Gjertrud Schnackenberg on "High Talk" by W.B. Yeats - Part Six of Six
And "High Talk," with its brazen oracle music, its gigantic exertion, and its unholy grasping for sublimity, is a knock-down, drag-out fight with death. Yeats is still standing at the end, precarious and perched, savagely unrecognizable, wobbling, but still able to see because of the height of his stilts, and still able to report that he can see ahead of him, presumably beyond his own death, "that dolphin-torn, that gong-tormented sea."
Toward which, when we last see him, he still is stalking.
"Mr. Yeats was able only to take short walks in the gardens of the house where he stayed. He was confined to his bed since Tuesday." (via)
The Terrible Novelty
"High Talk" is also a valediction forbidding mourning—although, in any case, we aren't mourning. Such heights, transport, insight, and metamorphosis—and such oracularly metered fulfillment—can't be mourned.
We see the dancer who is the dance taking his last steps in "High Talk." He is a vestige, a remnant, but so high that he is "Far up in the stretches of night," almost lost to the living, still frenzy-struck, a teetering spectacle of apotheosis—precarious, inalienable, magnificent, awkward, heroic, barbaric.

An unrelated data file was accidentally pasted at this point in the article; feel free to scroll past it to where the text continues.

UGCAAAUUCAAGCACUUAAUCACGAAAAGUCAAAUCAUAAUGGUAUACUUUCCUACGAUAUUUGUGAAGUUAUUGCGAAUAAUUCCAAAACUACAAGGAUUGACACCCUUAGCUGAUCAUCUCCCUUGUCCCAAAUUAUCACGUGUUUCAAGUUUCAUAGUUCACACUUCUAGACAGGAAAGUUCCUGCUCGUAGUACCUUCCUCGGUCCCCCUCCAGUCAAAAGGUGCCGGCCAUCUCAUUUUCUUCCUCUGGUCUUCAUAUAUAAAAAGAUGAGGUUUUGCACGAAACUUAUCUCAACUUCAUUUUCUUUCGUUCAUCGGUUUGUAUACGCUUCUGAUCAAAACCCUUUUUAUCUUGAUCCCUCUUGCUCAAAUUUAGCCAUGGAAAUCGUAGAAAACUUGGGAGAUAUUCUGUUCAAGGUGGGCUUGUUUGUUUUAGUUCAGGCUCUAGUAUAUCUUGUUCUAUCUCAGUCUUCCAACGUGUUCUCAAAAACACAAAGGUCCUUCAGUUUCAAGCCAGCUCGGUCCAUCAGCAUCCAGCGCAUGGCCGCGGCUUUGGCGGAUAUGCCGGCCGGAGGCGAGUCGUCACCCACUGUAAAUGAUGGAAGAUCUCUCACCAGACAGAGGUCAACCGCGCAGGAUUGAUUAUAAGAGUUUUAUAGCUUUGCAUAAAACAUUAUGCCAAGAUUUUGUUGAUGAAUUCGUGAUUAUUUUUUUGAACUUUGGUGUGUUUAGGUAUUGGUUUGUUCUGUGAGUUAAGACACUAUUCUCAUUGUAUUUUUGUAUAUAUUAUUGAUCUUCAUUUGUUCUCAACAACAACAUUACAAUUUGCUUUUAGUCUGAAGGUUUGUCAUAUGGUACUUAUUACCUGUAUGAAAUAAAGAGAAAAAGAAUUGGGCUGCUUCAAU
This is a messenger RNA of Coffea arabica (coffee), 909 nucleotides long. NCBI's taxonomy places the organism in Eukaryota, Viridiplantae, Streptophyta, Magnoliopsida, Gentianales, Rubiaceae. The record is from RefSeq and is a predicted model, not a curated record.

But because this is the end, we are able to see the dreadful rictus of the sea horses, and to hear the inextinguishable laughter of the gods, savagely marking this farewell as mortal. Yeats persists, implacable, undissuadable and not dissuaded, still gaining momentum and keeping his foothold, transported on the hexameter stilts he has laboriously fabricated and ingeniously mastered. This is, indeed, the end. But "no modern stalks upon higher."
Gjertrud Schnackenberg was born in Tacoma, Washington, in 1953. The Throne of Labdacus (FSG, 2000) received the Los Angeles Times Book Prize in Poetry. Her most recent book of poetry is Heavenly Questions.